JAMES HAHN:  I've always dreamt about this day.  Just to be in the room with Russell Henley and it's, for me, ever since I was a kid, ever since I was started playing golf competitively.  And I started golf at the age of four, so by the time I was nine I felt like I was going to play on the PGA TOUR.  So I never doubted myself and in this game you can play until you're 60.  I saw Gary Player out there and he's pushing a hundred?
(Laughter.)
Don't tell him I said that.  Pushing 50?
(Laughter.)
But we can play -- as long as my dreams never die there's always an opportunity to play out on the PGA TOUR and today was one of those days that I feel grateful to be here.

Q.  You finished obviously the Web.com Tour season very strong.  But that seems like a long time ago now.  What was, what is your off season been like?
JAMES HAHN:  The first two weeks were a lot of celebrating with friends, family, just catching up with all the people that I've kind of put on the back burner, the second half of the year there.  And spending a lot of time with my family.
Didn't get to spend a lot of time with my wife.  We were married in February of last year and I think I had a one week.  Let's see, I was married in February 4th, had a week off and then the season started.  So for me I probably seen her all of eight to ten weeks last year.  So being married it feels like it's such a long time ago, about a year, but only having spent time with my wife for the last ten weeks it feels like we just got married.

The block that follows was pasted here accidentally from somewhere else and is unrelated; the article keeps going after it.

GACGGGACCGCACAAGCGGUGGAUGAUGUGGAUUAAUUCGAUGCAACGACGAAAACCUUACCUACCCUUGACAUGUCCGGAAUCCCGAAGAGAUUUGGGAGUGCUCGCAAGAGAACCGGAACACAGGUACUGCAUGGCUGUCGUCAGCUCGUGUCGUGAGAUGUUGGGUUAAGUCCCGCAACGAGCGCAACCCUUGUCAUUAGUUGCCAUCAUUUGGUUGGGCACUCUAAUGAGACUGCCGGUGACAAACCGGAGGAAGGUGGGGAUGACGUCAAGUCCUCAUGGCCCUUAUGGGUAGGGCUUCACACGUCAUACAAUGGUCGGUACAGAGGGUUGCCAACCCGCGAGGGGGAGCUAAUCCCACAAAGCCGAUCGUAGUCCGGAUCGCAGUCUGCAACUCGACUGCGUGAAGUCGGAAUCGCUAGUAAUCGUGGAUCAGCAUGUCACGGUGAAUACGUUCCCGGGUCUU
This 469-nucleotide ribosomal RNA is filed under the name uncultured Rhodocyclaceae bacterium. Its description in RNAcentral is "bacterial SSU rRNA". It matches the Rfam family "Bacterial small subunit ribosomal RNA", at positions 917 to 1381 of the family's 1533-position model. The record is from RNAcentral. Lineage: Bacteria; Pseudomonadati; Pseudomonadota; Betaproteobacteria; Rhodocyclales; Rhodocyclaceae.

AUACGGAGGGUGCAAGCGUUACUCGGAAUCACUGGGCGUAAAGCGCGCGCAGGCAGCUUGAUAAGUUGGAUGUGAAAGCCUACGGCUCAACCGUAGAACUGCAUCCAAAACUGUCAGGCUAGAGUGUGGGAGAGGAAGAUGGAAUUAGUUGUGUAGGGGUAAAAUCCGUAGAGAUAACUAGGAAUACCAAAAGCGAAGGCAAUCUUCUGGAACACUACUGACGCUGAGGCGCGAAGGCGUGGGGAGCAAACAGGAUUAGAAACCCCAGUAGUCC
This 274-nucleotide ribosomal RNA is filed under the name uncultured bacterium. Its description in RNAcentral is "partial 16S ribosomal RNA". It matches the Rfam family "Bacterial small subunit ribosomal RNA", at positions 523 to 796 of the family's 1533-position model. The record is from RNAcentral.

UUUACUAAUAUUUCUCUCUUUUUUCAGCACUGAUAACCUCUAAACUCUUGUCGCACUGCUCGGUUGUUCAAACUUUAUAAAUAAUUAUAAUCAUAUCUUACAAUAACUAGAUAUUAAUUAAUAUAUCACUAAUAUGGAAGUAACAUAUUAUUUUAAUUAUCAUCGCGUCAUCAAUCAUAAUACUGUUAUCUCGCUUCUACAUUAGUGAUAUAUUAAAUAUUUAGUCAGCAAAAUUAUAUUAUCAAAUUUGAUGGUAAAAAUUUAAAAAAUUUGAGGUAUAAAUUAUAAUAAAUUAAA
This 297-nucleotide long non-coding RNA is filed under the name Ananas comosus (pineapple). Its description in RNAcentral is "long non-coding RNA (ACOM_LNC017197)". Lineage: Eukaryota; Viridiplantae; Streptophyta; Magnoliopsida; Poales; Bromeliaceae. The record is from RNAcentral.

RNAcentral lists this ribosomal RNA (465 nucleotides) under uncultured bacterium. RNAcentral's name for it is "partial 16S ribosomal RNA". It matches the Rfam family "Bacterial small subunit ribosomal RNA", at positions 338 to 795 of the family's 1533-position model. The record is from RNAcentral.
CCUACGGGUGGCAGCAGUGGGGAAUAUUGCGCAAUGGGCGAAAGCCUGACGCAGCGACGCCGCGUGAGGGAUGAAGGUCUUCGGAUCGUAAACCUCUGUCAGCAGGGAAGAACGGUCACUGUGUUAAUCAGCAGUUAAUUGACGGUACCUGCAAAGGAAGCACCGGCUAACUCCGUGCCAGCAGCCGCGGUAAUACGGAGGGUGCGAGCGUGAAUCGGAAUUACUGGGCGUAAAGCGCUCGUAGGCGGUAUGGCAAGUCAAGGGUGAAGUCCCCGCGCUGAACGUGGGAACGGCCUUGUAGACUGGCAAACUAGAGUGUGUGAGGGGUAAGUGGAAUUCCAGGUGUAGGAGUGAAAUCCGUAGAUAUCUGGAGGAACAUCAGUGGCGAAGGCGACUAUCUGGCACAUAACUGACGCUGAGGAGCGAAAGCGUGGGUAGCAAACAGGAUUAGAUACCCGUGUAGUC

So more me the off season was spending a lot of time with her, putting the clubs away for a little bit.  I knew I would get into Sony starting off the season so early as opposed to the Web.com Tour starting in February?  Late February.  I knew that I didn't have too much time to relax and I knew once the season started it's go, go, go.  So for me I just try not to do anything during the off season and just try and stay healthy.

MARK STEVENS:  Thanks for your time, James, good luck tomorrow.

JAMES HAHN:  Thank you.